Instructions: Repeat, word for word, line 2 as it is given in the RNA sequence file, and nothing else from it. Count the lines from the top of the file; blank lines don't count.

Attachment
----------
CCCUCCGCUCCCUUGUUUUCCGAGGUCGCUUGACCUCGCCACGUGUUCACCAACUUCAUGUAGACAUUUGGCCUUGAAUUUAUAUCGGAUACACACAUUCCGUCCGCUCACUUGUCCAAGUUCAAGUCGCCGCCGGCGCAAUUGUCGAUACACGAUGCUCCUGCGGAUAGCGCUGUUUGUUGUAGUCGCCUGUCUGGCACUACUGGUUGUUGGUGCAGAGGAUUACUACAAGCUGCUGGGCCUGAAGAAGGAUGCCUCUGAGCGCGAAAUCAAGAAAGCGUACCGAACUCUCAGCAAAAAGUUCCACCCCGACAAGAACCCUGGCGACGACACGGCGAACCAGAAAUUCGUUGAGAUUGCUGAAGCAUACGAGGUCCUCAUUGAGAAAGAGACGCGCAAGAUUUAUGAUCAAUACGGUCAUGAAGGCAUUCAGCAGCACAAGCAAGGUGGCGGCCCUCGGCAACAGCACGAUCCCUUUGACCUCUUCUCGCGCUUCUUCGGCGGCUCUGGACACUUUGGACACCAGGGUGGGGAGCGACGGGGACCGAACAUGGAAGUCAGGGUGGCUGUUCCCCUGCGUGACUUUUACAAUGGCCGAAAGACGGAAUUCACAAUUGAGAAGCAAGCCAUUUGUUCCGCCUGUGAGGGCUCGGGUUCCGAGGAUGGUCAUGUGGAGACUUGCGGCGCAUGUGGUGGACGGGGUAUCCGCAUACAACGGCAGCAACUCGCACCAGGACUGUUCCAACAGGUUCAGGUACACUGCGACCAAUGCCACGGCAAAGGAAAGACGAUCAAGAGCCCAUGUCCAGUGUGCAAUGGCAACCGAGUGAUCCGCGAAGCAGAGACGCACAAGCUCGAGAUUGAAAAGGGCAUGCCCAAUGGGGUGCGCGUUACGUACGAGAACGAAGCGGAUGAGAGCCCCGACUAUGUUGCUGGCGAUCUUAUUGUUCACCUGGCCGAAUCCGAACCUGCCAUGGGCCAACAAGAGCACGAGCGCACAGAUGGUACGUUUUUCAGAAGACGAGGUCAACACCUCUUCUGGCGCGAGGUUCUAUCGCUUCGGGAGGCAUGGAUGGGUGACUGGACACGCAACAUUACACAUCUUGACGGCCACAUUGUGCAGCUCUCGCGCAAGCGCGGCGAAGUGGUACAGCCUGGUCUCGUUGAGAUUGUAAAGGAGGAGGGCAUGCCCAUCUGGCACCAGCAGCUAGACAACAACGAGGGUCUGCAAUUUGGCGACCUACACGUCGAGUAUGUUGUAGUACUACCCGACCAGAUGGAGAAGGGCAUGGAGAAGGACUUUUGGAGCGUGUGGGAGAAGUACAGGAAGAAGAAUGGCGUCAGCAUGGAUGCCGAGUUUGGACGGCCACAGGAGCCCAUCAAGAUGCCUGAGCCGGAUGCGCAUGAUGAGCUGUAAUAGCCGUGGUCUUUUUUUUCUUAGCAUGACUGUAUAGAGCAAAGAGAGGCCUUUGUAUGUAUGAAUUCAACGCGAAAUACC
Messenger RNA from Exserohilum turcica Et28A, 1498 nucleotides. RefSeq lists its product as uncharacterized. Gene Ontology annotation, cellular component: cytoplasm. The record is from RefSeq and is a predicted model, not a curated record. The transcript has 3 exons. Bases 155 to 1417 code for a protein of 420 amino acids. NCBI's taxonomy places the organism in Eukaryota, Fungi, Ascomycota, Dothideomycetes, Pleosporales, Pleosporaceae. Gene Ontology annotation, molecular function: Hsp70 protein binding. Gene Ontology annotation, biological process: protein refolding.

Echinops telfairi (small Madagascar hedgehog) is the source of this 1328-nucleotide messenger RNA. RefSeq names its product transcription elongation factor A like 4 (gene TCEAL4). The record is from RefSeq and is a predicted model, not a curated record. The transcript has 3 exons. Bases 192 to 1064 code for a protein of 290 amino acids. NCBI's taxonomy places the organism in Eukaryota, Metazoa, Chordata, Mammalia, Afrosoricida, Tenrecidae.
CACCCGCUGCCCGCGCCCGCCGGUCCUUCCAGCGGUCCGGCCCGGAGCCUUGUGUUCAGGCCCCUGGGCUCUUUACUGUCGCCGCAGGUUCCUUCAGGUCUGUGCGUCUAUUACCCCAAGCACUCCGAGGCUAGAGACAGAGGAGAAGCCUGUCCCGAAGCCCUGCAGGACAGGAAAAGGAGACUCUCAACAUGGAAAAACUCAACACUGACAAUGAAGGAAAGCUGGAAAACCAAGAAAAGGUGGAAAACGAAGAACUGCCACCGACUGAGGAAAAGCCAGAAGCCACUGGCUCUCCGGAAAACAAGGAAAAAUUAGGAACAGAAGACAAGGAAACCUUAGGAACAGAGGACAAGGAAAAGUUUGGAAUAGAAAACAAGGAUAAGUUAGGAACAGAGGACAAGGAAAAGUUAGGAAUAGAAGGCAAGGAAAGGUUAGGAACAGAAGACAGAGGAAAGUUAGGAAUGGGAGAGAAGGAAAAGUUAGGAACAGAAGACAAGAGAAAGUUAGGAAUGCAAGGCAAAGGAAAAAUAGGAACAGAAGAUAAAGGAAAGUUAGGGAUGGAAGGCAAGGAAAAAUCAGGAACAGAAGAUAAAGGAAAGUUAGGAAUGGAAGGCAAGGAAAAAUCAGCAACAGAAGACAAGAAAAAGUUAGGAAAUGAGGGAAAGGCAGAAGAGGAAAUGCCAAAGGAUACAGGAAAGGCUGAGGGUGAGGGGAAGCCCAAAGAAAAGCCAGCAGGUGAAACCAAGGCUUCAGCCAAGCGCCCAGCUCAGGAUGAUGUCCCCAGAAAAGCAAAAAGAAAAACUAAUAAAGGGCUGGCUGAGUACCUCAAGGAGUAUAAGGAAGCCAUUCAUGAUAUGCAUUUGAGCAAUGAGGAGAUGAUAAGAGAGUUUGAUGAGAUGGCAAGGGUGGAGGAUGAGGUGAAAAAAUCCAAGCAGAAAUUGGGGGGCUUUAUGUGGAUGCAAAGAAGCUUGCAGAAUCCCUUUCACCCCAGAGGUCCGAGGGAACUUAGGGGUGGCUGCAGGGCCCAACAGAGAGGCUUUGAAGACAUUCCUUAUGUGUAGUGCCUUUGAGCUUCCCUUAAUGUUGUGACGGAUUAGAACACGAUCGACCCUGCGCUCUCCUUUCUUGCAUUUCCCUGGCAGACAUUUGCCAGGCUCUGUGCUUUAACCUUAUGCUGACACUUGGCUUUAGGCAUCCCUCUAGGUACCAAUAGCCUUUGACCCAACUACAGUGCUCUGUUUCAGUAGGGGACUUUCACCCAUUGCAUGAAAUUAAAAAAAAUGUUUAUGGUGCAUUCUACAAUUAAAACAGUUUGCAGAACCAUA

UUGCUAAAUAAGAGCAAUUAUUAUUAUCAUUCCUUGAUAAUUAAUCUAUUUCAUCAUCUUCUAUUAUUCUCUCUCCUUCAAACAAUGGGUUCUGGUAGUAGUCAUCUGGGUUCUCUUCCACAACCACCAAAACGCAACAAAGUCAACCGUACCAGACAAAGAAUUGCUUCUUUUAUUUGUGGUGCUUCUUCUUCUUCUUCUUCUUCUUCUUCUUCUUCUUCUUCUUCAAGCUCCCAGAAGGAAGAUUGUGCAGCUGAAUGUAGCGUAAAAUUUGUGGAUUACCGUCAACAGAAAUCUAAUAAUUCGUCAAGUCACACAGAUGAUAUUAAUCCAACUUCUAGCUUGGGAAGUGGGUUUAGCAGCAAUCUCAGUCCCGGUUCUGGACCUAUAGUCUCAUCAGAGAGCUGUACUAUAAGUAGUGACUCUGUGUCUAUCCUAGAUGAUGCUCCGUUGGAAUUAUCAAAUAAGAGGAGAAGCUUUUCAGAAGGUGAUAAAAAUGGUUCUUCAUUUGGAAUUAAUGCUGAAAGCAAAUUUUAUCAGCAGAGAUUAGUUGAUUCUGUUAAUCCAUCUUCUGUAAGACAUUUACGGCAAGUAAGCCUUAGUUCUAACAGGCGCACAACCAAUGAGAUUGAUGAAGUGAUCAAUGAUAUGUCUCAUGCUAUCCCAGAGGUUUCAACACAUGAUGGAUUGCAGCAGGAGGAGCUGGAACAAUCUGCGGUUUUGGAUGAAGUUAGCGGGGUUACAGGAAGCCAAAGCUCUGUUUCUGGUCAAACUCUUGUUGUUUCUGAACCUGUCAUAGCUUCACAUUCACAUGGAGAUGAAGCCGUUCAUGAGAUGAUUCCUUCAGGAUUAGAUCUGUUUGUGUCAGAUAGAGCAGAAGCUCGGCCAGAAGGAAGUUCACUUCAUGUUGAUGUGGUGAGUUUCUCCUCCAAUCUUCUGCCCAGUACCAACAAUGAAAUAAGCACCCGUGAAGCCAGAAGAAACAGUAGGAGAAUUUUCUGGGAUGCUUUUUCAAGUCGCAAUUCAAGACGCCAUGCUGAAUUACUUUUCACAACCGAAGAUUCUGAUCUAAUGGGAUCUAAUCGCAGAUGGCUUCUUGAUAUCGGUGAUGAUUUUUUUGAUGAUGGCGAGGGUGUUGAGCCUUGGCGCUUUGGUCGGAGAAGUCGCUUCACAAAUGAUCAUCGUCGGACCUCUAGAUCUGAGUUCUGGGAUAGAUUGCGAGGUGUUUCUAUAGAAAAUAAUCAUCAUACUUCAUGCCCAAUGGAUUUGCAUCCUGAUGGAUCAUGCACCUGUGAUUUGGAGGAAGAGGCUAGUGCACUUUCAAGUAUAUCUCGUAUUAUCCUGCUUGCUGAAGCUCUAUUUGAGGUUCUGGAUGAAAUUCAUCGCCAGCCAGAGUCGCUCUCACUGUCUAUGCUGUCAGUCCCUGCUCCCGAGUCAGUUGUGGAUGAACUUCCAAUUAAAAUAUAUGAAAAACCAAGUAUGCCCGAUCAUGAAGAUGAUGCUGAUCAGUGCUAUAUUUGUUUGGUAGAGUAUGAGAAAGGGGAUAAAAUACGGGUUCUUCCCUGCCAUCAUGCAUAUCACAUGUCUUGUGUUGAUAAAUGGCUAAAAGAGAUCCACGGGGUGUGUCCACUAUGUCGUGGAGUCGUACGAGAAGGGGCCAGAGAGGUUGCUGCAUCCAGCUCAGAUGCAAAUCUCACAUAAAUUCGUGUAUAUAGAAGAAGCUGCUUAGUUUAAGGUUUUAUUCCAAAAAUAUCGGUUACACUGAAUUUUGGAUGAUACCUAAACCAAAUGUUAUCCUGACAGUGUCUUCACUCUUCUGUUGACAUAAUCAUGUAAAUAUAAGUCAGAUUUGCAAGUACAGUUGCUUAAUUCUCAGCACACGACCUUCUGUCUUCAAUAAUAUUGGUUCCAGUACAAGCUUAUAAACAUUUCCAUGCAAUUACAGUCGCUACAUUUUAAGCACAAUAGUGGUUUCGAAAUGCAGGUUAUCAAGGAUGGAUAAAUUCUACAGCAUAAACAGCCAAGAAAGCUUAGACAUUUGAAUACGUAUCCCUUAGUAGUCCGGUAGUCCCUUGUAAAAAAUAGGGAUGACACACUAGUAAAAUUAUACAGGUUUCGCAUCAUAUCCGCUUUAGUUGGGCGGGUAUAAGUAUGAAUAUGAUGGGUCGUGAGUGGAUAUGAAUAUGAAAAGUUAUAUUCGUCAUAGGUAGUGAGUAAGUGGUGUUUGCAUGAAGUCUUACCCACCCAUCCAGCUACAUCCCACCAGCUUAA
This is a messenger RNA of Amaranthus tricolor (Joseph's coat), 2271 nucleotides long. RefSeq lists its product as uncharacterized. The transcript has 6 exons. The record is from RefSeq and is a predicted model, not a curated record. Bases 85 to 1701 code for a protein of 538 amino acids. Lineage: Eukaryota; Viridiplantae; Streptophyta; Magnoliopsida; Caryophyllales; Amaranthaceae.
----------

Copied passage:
Messenger RNA from Exserohilum turcica Et28A, 1498 nucleotides. RefSeq lists its product as uncharacterized. Gene Ontology annotation, cellular component: cytoplasm. The record is from RefSeq and is a predicted model, not a curated record. The transcript has 3 exons. Bases 155 to 1417 code for a protein of 420 amino acids. NCBI's taxonomy places the organism in Eukaryota, Fungi, Ascomycota, Dothideomycetes, Pleosporales, Pleosporaceae. Gene Ontology annotation, molecular function: Hsp70 protein binding. Gene Ontology annotation, biological process: protein refolding.